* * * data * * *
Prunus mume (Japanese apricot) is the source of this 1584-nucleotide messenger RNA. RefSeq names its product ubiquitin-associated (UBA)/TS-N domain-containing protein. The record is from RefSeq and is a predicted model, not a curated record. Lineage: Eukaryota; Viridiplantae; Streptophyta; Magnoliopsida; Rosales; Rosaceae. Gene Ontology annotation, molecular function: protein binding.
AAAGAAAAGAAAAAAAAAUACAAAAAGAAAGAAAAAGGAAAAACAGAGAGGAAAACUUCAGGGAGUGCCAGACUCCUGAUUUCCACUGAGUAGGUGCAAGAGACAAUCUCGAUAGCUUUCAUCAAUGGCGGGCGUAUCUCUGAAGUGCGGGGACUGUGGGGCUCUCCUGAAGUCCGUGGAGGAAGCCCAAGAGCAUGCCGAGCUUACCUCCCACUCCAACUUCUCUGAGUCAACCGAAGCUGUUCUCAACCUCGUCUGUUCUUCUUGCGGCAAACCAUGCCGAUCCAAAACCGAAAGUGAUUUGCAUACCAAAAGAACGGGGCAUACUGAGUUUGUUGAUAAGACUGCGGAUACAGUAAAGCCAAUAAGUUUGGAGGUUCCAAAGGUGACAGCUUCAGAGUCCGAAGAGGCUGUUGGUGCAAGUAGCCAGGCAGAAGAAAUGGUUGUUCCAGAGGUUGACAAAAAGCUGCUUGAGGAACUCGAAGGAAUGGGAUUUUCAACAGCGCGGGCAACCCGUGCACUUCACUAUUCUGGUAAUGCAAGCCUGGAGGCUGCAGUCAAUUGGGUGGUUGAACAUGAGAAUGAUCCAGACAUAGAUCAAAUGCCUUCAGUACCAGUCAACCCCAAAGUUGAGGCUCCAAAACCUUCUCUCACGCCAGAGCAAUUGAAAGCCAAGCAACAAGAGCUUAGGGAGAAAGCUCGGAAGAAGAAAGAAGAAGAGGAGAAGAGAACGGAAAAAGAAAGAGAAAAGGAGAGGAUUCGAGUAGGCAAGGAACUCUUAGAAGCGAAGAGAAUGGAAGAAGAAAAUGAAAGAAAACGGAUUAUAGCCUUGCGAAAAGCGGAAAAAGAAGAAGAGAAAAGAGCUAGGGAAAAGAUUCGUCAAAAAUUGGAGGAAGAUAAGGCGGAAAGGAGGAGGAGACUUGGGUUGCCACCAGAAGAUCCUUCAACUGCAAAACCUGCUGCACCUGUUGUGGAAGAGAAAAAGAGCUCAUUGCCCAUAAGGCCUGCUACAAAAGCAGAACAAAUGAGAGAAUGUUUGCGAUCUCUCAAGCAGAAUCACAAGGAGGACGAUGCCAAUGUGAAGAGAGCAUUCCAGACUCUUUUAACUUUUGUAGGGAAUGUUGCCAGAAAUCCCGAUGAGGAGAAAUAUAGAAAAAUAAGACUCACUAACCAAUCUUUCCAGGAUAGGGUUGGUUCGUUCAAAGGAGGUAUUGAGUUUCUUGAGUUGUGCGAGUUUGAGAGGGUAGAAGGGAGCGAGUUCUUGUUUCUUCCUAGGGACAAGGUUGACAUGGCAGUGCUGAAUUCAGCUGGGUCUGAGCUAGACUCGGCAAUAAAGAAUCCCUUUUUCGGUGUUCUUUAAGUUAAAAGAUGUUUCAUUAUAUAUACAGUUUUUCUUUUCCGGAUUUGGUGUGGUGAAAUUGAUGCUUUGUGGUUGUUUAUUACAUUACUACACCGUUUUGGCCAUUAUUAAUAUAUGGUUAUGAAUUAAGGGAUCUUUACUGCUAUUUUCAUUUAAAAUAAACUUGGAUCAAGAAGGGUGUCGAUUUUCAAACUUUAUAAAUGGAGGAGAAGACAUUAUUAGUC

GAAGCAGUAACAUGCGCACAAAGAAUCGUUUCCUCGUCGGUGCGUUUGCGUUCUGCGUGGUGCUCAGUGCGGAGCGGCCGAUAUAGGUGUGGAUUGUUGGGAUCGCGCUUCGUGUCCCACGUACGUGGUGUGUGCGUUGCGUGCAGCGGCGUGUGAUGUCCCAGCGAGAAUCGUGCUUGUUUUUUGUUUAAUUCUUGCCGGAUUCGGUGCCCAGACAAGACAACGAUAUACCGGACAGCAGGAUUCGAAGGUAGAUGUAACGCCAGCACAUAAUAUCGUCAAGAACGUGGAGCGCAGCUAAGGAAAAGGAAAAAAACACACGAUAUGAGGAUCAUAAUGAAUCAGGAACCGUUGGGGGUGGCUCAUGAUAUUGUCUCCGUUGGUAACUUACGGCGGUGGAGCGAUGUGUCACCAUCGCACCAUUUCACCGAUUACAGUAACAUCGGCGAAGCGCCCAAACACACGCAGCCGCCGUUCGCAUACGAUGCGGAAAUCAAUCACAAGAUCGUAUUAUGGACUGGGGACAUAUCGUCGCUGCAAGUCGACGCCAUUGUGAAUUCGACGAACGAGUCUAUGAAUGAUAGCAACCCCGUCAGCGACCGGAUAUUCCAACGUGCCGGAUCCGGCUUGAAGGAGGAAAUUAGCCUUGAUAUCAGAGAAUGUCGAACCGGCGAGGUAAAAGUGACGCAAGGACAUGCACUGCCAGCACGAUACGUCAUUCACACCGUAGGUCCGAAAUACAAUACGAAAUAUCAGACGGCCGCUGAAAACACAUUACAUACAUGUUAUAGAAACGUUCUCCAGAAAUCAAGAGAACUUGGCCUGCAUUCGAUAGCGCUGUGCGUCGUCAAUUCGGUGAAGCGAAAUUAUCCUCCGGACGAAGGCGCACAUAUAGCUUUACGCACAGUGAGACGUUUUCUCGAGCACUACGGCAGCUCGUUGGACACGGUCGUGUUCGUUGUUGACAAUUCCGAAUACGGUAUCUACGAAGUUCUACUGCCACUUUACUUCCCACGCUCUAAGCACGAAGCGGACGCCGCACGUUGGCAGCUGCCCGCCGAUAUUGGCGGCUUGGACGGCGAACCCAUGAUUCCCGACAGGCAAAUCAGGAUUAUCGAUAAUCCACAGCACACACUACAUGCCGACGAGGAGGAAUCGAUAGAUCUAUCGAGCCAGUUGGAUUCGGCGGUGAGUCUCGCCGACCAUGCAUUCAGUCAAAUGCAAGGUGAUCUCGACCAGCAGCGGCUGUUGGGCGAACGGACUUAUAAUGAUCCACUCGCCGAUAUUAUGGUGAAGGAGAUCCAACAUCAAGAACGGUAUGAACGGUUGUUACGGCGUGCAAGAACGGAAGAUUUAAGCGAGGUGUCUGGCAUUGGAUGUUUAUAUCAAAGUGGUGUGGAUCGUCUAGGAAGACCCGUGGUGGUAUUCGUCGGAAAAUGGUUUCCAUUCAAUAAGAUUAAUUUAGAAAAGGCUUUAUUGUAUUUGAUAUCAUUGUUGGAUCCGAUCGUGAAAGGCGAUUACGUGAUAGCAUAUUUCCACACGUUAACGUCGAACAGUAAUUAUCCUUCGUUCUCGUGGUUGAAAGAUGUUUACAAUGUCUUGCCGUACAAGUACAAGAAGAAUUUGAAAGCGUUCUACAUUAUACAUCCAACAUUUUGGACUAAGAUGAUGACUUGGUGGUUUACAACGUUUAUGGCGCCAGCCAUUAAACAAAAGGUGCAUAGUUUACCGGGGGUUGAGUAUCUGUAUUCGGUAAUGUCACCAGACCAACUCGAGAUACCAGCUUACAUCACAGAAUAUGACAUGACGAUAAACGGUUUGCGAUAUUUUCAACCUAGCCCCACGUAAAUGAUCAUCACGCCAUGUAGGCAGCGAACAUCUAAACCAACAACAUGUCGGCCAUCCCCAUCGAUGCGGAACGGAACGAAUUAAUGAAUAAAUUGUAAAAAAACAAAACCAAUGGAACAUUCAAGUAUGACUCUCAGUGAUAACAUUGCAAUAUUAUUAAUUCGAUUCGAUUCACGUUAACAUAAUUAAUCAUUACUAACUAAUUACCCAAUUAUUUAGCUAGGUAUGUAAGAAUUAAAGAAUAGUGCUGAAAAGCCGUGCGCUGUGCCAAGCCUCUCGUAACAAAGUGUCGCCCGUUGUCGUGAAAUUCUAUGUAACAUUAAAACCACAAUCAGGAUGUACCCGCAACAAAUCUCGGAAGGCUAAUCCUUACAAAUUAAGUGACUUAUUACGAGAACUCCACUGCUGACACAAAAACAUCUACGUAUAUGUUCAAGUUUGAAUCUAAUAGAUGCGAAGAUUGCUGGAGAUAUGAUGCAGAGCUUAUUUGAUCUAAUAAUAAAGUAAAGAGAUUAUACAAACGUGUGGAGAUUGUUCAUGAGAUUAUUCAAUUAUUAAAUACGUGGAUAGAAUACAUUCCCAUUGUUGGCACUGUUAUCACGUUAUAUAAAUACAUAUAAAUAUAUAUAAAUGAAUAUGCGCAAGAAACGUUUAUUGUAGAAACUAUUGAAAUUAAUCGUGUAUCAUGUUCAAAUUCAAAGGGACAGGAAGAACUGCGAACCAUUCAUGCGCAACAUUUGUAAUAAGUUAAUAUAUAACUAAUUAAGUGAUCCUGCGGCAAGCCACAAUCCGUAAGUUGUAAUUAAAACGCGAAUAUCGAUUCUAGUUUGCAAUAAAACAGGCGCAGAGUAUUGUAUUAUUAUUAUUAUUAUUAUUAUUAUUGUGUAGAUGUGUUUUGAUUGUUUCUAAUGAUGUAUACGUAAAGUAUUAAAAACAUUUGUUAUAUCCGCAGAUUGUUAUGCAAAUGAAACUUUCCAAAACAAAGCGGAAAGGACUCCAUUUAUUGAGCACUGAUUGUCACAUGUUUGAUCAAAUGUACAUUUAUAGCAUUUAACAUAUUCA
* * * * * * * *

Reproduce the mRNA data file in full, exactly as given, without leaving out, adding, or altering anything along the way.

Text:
Prunus mume (Japanese apricot) is the source of this 1584-nucleotide messenger RNA. RefSeq names its product ubiquitin-associated (UBA)/TS-N domain-containing protein. The record is from RefSeq and is a predicted model, not a curated record. Lineage: Eukaryota; Viridiplantae; Streptophyta; Magnoliopsida; Rosales; Rosaceae. Gene Ontology annotation, molecular function: protein binding.
AAAGAAAAGAAAAAAAAAUACAAAAAGAAAGAAAAAGGAAAAACAGAGAGGAAAACUUCAGGGAGUGCCAGACUCCUGAUUUCCACUGAGUAGGUGCAAGAGACAAUCUCGAUAGCUUUCAUCAAUGGCGGGCGUAUCUCUGAAGUGCGGGGACUGUGGGGCUCUCCUGAAGUCCGUGGAGGAAGCCCAAGAGCAUGCCGAGCUUACCUCCCACUCCAACUUCUCUGAGUCAACCGAAGCUGUUCUCAACCUCGUCUGUUCUUCUUGCGGCAAACCAUGCCGAUCCAAAACCGAAAGUGAUUUGCAUACCAAAAGAACGGGGCAUACUGAGUUUGUUGAUAAGACUGCGGAUACAGUAAAGCCAAUAAGUUUGGAGGUUCCAAAGGUGACAGCUUCAGAGUCCGAAGAGGCUGUUGGUGCAAGUAGCCAGGCAGAAGAAAUGGUUGUUCCAGAGGUUGACAAAAAGCUGCUUGAGGAACUCGAAGGAAUGGGAUUUUCAACAGCGCGGGCAACCCGUGCACUUCACUAUUCUGGUAAUGCAAGCCUGGAGGCUGCAGUCAAUUGGGUGGUUGAACAUGAGAAUGAUCCAGACAUAGAUCAAAUGCCUUCAGUACCAGUCAACCCCAAAGUUGAGGCUCCAAAACCUUCUCUCACGCCAGAGCAAUUGAAAGCCAAGCAACAAGAGCUUAGGGAGAAAGCUCGGAAGAAGAAAGAAGAAGAGGAGAAGAGAACGGAAAAAGAAAGAGAAAAGGAGAGGAUUCGAGUAGGCAAGGAACUCUUAGAAGCGAAGAGAAUGGAAGAAGAAAAUGAAAGAAAACGGAUUAUAGCCUUGCGAAAAGCGGAAAAAGAAGAAGAGAAAAGAGCUAGGGAAAAGAUUCGUCAAAAAUUGGAGGAAGAUAAGGCGGAAAGGAGGAGGAGACUUGGGUUGCCACCAGAAGAUCCUUCAACUGCAAAACCUGCUGCACCUGUUGUGGAAGAGAAAAAGAGCUCAUUGCCCAUAAGGCCUGCUACAAAAGCAGAACAAAUGAGAGAAUGUUUGCGAUCUCUCAAGCAGAAUCACAAGGAGGACGAUGCCAAUGUGAAGAGAGCAUUCCAGACUCUUUUAACUUUUGUAGGGAAUGUUGCCAGAAAUCCCGAUGAGGAGAAAUAUAGAAAAAUAAGACUCACUAACCAAUCUUUCCAGGAUAGGGUUGGUUCGUUCAAAGGAGGUAUUGAGUUUCUUGAGUUGUGCGAGUUUGAGAGGGUAGAAGGGAGCGAGUUCUUGUUUCUUCCUAGGGACAAGGUUGACAUGGCAGUGCUGAAUUCAGCUGGGUCUGAGCUAGACUCGGCAAUAAAGAAUCCCUUUUUCGGUGUUCUUUAAGUUAAAAGAUGUUUCAUUAUAUAUACAGUUUUUCUUUUCCGGAUUUGGUGUGGUGAAAUUGAUGCUUUGUGGUUGUUUAUUACAUUACUACACCGUUUUGGCCAUUAUUAAUAUAUGGUUAUGAAUUAAGGGAUCUUUACUGCUAUUUUCAUUUAAAAUAAACUUGGAUCAAGAAGGGUGUCGAUUUUCAAACUUUAUAAAUGGAGGAGAAGACAUUAUUAGUC

GAAGCAGUAACAUGCGCACAAAGAAUCGUUUCCUCGUCGGUGCGUUUGCGUUCUGCGUGGUGCUCAGUGCGGAGCGGCCGAUAUAGGUGUGGAUUGUUGGGAUCGCGCUUCGUGUCCCACGUACGUGGUGUGUGCGUUGCGUGCAGCGGCGUGUGAUGUCCCAGCGAGAAUCGUGCUUGUUUUUUGUUUAAUUCUUGCCGGAUUCGGUGCCCAGACAAGACAACGAUAUACCGGACAGCAGGAUUCGAAGGUAGAUGUAACGCCAGCACAUAAUAUCGUCAAGAACGUGGAGCGCAGCUAAGGAAAAGGAAAAAAACACACGAUAUGAGGAUCAUAAUGAAUCAGGAACCGUUGGGGGUGGCUCAUGAUAUUGUCUCCGUUGGUAACUUACGGCGGUGGAGCGAUGUGUCACCAUCGCACCAUUUCACCGAUUACAGUAACAUCGGCGAAGCGCCCAAACACACGCAGCCGCCGUUCGCAUACGAUGCGGAAAUCAAUCACAAGAUCGUAUUAUGGACUGGGGACAUAUCGUCGCUGCAAGUCGACGCCAUUGUGAAUUCGACGAACGAGUCUAUGAAUGAUAGCAACCCCGUCAGCGACCGGAUAUUCCAACGUGCCGGAUCCGGCUUGAAGGAGGAAAUUAGCCUUGAUAUCAGAGAAUGUCGAACCGGCGAGGUAAAAGUGACGCAAGGACAUGCACUGCCAGCACGAUACGUCAUUCACACCGUAGGUCCGAAAUACAAUACGAAAUAUCAGACGGCCGCUGAAAACACAUUACAUACAUGUUAUAGAAACGUUCUCCAGAAAUCAAGAGAACUUGGCCUGCAUUCGAUAGCGCUGUGCGUCGUCAAUUCGGUGAAGCGAAAUUAUCCUCCGGACGAAGGCGCACAUAUAGCUUUACGCACAGUGAGACGUUUUCUCGAGCACUACGGCAGCUCGUUGGACACGGUCGUGUUCGUUGUUGACAAUUCCGAAUACGGUAUCUACGAAGUUCUACUGCCACUUUACUUCCCACGCUCUAAGCACGAAGCGGACGCCGCACGUUGGCAGCUGCCCGCCGAUAUUGGCGGCUUGGACGGCGAACCCAUGAUUCCCGACAGGCAAAUCAGGAUUAUCGAUAAUCCACAGCACACACUACAUGCCGACGAGGAGGAAUCGAUAGAUCUAUCGAGCCAGUUGGAUUCGGCGGUGAGUCUCGCCGACCAUGCAUUCAGUCAAAUGCAAGGUGAUCUCGACCAGCAGCGGCUGUUGGGCGAACGGACUUAUAAUGAUCCACUCGCCGAUAUUAUGGUGAAGGAGAUCCAACAUCAAGAACGGUAUGAACGGUUGUUACGGCGUGCAAGAACGGAAGAUUUAAGCGAGGUGUCUGGCAUUGGAUGUUUAUAUCAAAGUGGUGUGGAUCGUCUAGGAAGACCCGUGGUGGUAUUCGUCGGAAAAUGGUUUCCAUUCAAUAAGAUUAAUUUAGAAAAGGCUUUAUUGUAUUUGAUAUCAUUGUUGGAUCCGAUCGUGAAAGGCGAUUACGUGAUAGCAUAUUUCCACACGUUAACGUCGAACAGUAAUUAUCCUUCGUUCUCGUGGUUGAAAGAUGUUUACAAUGUCUUGCCGUACAAGUACAAGAAGAAUUUGAAAGCGUUCUACAUUAUACAUCCAACAUUUUGGACUAAGAUGAUGACUUGGUGGUUUACAACGUUUAUGGCGCCAGCCAUUAAACAAAAGGUGCAUAGUUUACCGGGGGUUGAGUAUCUGUAUUCGGUAAUGUCACCAGACCAACUCGAGAUACCAGCUUACAUCACAGAAUAUGACAUGACGAUAAACGGUUUGCGAUAUUUUCAACCUAGCCCCACGUAAAUGAUCAUCACGCCAUGUAGGCAGCGAACAUCUAAACCAACAACAUGUCGGCCAUCCCCAUCGAUGCGGAACGGAACGAAUUAAUGAAUAAAUUGUAAAAAAACAAAACCAAUGGAACAUUCAAGUAUGACUCUCAGUGAUAACAUUGCAAUAUUAUUAAUUCGAUUCGAUUCACGUUAACAUAAUUAAUCAUUACUAACUAAUUACCCAAUUAUUUAGCUAGGUAUGUAAGAAUUAAAGAAUAGUGCUGAAAAGCCGUGCGCUGUGCCAAGCCUCUCGUAACAAAGUGUCGCCCGUUGUCGUGAAAUUCUAUGUAACAUUAAAACCACAAUCAGGAUGUACCCGCAACAAAUCUCGGAAGGCUAAUCCUUACAAAUUAAGUGACUUAUUACGAGAACUCCACUGCUGACACAAAAACAUCUACGUAUAUGUUCAAGUUUGAAUCUAAUAGAUGCGAAGAUUGCUGGAGAUAUGAUGCAGAGCUUAUUUGAUCUAAUAAUAAAGUAAAGAGAUUAUACAAACGUGUGGAGAUUGUUCAUGAGAUUAUUCAAUUAUUAAAUACGUGGAUAGAAUACAUUCCCAUUGUUGGCACUGUUAUCACGUUAUAUAAAUACAUAUAAAUAUAUAUAAAUGAAUAUGCGCAAGAAACGUUUAUUGUAGAAACUAUUGAAAUUAAUCGUGUAUCAUGUUCAAAUUCAAAGGGACAGGAAGAACUGCGAACCAUUCAUGCGCAACAUUUGUAAUAAGUUAAUAUAUAACUAAUUAAGUGAUCCUGCGGCAAGCCACAAUCCGUAAGUUGUAAUUAAAACGCGAAUAUCGAUUCUAGUUUGCAAUAAAACAGGCGCAGAGUAUUGUAUUAUUAUUAUUAUUAUUAUUAUUAUUGUGUAGAUGUGUUUUGAUUGUUUCUAAUGAUGUAUACGUAAAGUAUUAAAAACAUUUGUUAUAUCCGCAGAUUGUUAUGCAAAUGAAACUUUCCAAAACAAAGCGGAAAGGACUCCAUUUAUUGAGCACUGAUUGUCACAUGUUUGAUCAAAUGUACAUUUAUAGCAUUUAACAUAUUCA